Lim’s narrative of Tsang, his life, and his rise to the status of media icon makes for unforgettable reading.
At some point in his life, he came to the admittedly unlikely but symbolically telling conclusion that his family had once owned the Kowloon Penninsula and that this land had been taken from them illegally.
Rather than seeking redress in the courts – long the preferred avenue for settling disputes in the city – Tsang opted to decorate the cityscape with calligraphic declarations of his family’s ownership and his own self-declared royal status.
Tsang’s choice here anticipated a broader shift from working within the system to resolve issues, to seeking new paths outside the system – a driving ethos of the protest movement of 2019.
Here again, the streets of Hong Kong were covered in calligraphic declarations of dispossession and defiance, seeking redress – that would never arrive – beyond the stifling confines of the conventional.
The third narrative thread in the book is Lim’s own personal experiences, from growing up Eurasian in Hong Kong to observing the defining moments of the 2019 protests.
I particularly appreciated Lim’s frequently witty casual observations and offhand comments, which incorporate a touch of humor into the narrative – much needed, considering the gravity of its subject.
In her reflections on the events of 2019, she narrates a number of moments at which she crossed over from an observer of political developments to becoming a participant.
This poses a pressing question for our time – how does one balance the ideal of journalistic or academic neutrality with activist participation?
The answer to this question is, in my reading, extremely clear.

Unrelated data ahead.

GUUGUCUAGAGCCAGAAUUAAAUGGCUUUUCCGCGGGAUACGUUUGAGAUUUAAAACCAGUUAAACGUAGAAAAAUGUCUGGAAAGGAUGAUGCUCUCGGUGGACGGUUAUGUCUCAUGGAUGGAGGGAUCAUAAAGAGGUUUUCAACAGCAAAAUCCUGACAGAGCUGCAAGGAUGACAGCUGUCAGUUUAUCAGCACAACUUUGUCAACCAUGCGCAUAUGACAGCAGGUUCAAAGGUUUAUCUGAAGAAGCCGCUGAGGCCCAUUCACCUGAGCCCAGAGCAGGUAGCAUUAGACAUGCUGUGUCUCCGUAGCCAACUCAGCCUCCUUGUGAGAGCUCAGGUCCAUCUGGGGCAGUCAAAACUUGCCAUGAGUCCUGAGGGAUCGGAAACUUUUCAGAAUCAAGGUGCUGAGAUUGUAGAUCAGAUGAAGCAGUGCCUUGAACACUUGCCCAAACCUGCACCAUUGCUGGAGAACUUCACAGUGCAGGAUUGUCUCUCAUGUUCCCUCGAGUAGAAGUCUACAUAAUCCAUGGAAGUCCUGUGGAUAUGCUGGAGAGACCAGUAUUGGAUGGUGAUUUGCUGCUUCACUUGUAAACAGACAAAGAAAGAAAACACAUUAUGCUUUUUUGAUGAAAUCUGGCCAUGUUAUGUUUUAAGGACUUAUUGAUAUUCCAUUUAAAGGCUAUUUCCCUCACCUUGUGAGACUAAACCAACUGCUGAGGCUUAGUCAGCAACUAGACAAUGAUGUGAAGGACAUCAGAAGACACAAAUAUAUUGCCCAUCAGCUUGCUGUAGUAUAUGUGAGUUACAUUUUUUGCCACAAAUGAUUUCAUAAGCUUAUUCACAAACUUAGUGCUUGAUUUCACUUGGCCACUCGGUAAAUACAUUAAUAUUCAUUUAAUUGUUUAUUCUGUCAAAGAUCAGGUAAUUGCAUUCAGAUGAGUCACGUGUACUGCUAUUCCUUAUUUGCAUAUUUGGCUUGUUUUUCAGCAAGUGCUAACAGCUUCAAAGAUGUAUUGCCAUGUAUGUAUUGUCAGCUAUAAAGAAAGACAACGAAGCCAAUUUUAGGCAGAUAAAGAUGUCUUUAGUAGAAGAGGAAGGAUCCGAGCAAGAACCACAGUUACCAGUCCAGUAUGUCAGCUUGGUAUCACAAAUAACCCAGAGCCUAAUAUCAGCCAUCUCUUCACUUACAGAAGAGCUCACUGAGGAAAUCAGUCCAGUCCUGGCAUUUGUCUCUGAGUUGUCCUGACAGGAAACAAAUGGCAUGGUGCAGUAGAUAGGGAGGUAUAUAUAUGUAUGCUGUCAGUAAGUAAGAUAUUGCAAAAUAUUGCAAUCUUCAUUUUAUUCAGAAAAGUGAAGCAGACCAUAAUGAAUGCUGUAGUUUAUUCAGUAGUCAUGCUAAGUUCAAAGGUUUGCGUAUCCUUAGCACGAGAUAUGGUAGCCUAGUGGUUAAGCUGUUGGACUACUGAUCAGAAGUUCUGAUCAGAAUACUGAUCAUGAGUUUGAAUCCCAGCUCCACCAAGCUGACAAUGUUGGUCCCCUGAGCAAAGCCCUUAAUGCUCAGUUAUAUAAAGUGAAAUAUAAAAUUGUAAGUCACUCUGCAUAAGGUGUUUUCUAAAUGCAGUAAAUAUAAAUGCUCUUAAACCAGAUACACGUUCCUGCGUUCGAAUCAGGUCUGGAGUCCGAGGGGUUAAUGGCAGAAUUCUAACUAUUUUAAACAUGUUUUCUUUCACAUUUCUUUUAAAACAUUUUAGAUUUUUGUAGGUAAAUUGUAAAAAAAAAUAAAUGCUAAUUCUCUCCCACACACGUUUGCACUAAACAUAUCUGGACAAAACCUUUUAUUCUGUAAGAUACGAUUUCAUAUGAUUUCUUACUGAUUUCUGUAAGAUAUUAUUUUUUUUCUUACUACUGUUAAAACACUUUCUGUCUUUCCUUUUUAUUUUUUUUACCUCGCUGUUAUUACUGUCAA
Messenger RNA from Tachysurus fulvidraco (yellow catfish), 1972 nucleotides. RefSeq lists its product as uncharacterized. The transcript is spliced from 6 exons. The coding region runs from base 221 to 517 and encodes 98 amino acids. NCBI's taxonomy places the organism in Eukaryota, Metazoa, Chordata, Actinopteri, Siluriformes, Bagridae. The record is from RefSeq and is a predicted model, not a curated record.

As the horrifying nature of the Chinese Communist Party rule over its colonies – from Hong Kong to Tibet to Xinjiang – becomes increasingly apparent, the ideal of neutrality becomes a corrupt compromise with the fundamentally unjustifiable.
If academic or journalistic work on China in the age of the National Security Law, concentration camps and genocide is to have any meaning at all beyond its own vapid self-reproduction, it must embrace an activist ethos.
Indelible City is an outstanding example.
Lim’s book concludes with details of a fascinating exchange with a curator and friend of the King of Kowloon, Joel Chung Yin-chai.
Chung has ironically spent years carefully painting over the King’s calligraphy in public spaces, to preserve and protect these works from state-enforced erasure.
The King’s defiance thus lives on under a thin veneer of paint, unnoticed by tens of thousands of passersby every day, awaiting a moment when it can again see the light of day. This image is deeply evocative in the context of Hong Kong today.
Veneer of repression
Similarly, if we peer beneath the surface of the National Security Law’s unrelenting reign of terror, we can still see a politically engaged and dynamic civil society – as captured so memorably in Lim’s book.
Hopefully awaiting the day when the thin, fragile and always fundamentally unsustainable veneer of repression can finally be chipped away, as history shows it always will be.
This will be the day when the people of Hong Kong will finally have a say in determining their own future, once and for all.
Indelible City: Dispossession and Defiance in Hong Kong by Louisa Lim (Published by Riverhead Books).
Kevin Carrico is a senior lecturer of Chinese Studies at Monash University in Australia.
This article is republished from The Conversation under a Creative Commons license. Read the original article.
The views and opinions expressed in this article are those of the author and do not necessarily reflect the official policy of China Factor.